The juxtaposition recalls another viral sensation who was similarly exposed by a photo from her past: Rachel Dolezal. But unlike Dolezal, whose fumbled response (not her wig) paved her path to infamy, Hallberg does not deny her whiteness when asked. Though she hasn’t seemed to care much about clearing up assumptions in the past—even when accounts dedicated to black beauty have reposted her images—she now states herself clearly. “I do not see myself as anything else than white,” she told BuzzFeed earlier this month. “I get a deep tan naturally from the sun.” Wednesday, on Good Morning America, she reiterated the message, saying, “I haven’t done anything to make myself look darker.” Her Instagram page features an Insta story called “LET ME EXPLAIN,” a more elaborate defense of her online appearance. In one image, Hallberg annotates the viral “before & after” diptych. The left, she writes, “was taken 2 years ago right before summer with barely any makeup and my hair straightened,” while the right was captured “in July right after I came home from a vacation, with makeup.” Another diptych shows photos of her father and brother who “as you can see,” says Hallberg, “also tan very easily.” Their smiling faces, indeed, look tan, but only in the way that many white people look tan.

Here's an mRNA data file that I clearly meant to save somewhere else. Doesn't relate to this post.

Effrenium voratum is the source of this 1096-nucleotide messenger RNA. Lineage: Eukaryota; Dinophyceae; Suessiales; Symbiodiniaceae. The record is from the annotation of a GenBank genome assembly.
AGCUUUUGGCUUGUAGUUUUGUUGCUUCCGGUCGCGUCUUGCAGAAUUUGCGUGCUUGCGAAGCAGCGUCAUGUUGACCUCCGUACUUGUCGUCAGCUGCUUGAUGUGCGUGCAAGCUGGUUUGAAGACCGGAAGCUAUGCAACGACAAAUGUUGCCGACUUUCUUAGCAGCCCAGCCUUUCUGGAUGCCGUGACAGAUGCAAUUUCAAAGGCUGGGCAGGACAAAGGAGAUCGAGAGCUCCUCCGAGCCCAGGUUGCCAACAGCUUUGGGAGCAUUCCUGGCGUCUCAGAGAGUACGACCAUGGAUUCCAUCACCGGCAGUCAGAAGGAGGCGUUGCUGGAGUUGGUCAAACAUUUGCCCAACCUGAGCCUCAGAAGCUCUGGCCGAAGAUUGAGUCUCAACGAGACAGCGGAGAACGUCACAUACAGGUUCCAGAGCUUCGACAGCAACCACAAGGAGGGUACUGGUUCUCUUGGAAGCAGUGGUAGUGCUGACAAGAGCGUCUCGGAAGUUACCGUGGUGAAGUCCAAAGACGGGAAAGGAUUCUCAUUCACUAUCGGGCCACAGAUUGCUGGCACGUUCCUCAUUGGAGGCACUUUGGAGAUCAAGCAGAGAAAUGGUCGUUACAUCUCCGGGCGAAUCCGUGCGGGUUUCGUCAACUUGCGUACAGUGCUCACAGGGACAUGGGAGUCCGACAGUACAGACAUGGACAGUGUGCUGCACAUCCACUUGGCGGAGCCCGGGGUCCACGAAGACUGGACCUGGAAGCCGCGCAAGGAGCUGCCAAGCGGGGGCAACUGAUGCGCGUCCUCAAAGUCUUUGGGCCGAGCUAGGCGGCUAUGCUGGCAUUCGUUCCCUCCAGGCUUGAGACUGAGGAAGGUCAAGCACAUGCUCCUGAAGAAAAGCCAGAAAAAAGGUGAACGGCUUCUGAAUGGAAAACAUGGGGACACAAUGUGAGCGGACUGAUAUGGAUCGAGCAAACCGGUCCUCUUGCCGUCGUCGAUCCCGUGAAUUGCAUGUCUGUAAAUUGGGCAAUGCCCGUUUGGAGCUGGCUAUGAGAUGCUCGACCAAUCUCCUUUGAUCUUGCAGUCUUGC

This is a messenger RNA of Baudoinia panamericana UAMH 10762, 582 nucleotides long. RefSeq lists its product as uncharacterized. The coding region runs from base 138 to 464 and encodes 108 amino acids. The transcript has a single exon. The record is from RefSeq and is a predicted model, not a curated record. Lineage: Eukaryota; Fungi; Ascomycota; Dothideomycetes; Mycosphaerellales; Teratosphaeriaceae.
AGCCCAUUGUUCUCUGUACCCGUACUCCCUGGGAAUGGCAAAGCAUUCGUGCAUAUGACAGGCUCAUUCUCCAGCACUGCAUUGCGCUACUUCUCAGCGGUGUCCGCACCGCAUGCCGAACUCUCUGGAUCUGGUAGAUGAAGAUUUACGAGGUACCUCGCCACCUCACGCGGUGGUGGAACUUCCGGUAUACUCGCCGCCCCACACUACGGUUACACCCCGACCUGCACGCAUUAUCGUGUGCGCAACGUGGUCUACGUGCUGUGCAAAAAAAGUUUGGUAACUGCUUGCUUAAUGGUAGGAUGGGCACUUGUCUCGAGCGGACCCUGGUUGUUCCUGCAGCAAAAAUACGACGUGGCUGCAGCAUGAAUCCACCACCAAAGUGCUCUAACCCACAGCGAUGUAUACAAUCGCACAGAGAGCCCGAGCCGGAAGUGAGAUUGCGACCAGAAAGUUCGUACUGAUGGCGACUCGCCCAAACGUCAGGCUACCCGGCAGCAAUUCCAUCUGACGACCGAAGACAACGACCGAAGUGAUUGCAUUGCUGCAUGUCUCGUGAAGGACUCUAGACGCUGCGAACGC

Like Hallberg herself, her defenders tend to focus on her skin and hair. How can someone’s natural complexion and hair be a costume? They aren’t listening, of course. It doesn’t matter, alone, if Hallberg’s follicles sprout from her head like that or are derived from another source. Hallberg does wear wigs: She’s been known to plug straight and wavy wigs sold by the vendor @Msherehair, whose Instagram page otherwise mostly displays photos of black people. But so do a lot of influencers these days, a byproduct of the industry’s combined cannibalization of drag and blackness that has so many beauty influencers “beating” their face “to the gawds” with a ready “yas kween.”